Do the Economies of Specialization Justify the Work Ethics? A Further Examination of Buchanan's Hypothesis
Ng & Ng (2003) provide a qualified support for Buchanan's (1991, 1994) hypothesis on work ethics by showing that a decrease in preference for leisure (a higher work ethics) by an individual benefits her trading partners by improving the terms of trade of the latter. Moreover, the higher the degree of the economies of specialization, the larger is this beneficial effect. Using a similar model, the present paper shows that a simultaneous artificial decrease in preference for leisure by all individuals decreases intrinsic utility evaluated at the original preference. However, using a more realistic model allowing for both home and firm/market production developed by Ng & Zhang (2005), a stronger support is provided for Buchanan's hypothesis as a shift in preference by everyone from leisure to market goods produced under increasing returns and average-cost pricing increases utility even if evaluated in accordance with the original preference.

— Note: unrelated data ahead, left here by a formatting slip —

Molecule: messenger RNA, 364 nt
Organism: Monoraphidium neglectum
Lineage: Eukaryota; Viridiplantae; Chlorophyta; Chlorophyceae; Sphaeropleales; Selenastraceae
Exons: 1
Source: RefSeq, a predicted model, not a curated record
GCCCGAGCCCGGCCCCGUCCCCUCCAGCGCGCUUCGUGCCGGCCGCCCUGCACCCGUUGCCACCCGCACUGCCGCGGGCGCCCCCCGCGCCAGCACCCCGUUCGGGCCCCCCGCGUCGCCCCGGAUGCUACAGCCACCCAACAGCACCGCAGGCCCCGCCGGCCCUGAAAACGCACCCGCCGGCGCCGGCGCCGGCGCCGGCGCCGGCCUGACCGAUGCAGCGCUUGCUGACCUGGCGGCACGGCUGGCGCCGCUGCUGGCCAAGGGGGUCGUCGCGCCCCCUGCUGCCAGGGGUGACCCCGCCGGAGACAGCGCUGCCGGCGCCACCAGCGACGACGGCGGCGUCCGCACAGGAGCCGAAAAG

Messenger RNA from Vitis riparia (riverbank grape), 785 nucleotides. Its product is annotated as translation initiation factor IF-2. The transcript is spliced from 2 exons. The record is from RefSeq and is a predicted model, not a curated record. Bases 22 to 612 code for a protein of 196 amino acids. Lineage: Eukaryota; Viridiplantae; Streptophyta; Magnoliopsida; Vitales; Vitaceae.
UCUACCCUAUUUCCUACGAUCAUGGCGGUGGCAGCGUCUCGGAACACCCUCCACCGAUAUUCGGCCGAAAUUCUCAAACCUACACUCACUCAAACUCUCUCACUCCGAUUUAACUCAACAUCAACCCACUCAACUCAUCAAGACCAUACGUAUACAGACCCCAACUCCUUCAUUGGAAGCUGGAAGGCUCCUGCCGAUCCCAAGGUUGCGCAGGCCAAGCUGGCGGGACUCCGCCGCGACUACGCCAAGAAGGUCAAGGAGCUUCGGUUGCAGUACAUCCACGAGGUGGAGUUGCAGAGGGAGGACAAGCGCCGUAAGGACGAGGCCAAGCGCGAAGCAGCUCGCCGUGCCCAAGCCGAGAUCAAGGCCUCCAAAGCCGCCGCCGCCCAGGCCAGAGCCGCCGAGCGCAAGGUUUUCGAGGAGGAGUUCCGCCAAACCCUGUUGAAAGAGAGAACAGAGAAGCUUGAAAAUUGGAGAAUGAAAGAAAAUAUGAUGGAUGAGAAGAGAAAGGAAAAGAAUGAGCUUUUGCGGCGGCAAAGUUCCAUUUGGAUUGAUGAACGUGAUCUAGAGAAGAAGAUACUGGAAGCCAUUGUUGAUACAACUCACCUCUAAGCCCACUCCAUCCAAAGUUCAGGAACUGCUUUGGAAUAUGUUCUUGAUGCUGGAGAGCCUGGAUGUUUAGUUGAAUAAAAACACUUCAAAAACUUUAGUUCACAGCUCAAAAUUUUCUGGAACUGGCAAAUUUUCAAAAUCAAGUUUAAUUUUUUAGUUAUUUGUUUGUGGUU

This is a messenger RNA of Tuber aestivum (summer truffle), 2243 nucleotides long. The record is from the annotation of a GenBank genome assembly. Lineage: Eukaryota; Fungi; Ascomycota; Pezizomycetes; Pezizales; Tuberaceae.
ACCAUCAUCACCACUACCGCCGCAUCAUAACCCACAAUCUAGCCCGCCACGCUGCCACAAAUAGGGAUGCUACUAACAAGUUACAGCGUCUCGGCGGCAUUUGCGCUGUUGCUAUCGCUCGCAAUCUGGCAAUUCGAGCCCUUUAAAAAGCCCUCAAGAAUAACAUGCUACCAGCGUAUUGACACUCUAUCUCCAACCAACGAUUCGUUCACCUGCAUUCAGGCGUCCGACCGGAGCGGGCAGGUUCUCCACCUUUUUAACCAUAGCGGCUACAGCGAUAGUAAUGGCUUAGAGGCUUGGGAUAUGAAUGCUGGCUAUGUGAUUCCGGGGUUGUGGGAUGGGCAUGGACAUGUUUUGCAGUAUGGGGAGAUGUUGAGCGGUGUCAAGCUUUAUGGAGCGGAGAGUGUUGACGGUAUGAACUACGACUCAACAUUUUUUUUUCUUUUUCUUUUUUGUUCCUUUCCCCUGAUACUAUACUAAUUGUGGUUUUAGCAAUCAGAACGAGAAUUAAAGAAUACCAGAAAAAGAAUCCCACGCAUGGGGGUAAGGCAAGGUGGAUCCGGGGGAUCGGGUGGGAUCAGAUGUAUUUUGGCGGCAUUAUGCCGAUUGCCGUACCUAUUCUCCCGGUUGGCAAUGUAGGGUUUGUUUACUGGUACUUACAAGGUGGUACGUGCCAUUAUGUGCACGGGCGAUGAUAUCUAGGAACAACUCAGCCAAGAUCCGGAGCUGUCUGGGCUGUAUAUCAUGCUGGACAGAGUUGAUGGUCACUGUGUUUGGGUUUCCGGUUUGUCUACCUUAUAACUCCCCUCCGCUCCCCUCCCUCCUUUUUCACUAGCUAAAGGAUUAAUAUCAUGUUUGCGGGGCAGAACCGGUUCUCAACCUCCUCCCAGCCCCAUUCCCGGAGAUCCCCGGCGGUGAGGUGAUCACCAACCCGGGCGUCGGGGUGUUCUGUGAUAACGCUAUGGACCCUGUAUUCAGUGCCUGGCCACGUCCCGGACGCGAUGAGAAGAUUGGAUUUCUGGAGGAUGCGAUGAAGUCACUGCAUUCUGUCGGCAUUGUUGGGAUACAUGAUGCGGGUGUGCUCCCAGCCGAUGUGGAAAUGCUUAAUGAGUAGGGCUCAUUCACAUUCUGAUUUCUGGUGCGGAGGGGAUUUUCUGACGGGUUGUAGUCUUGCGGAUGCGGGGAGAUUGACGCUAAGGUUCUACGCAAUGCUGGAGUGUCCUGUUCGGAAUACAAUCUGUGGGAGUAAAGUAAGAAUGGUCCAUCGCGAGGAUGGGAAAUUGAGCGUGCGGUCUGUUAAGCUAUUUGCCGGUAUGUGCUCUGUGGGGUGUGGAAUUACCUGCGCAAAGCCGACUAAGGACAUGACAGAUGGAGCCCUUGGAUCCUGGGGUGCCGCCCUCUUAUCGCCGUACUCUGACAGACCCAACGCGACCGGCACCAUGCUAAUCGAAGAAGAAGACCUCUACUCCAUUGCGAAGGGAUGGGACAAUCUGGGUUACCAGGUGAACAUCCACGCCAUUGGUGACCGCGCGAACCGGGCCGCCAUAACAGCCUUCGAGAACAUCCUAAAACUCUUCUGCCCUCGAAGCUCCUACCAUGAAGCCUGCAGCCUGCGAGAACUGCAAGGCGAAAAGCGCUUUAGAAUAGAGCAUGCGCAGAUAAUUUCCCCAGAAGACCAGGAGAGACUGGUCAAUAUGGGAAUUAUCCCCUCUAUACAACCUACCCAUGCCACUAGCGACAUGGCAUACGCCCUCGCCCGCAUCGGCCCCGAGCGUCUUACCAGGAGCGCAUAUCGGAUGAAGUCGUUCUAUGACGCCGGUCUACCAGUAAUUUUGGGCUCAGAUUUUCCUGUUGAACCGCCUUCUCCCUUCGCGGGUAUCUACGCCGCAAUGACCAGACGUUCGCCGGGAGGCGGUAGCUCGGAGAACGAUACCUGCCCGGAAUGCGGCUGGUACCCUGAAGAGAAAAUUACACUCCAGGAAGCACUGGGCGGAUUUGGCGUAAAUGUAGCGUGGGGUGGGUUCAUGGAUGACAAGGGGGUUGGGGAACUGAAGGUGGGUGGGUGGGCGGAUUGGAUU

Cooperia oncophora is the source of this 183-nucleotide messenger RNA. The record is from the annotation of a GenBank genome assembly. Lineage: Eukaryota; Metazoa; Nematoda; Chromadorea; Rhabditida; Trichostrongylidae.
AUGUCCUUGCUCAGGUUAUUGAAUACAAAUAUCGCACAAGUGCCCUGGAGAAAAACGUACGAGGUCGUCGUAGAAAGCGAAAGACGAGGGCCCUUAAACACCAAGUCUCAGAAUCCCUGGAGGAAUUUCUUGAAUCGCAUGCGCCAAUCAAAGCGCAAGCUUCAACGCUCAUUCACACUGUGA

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- Ng, Yew-Kwang & Ng, Siang, 2003. "Do the economies of specialization justify the work ethics?: An examination of Buchanan's hypothesis," Journal of Economic Behavior & Organization, Elsevier, vol. 50(3), pages 339-353, March.
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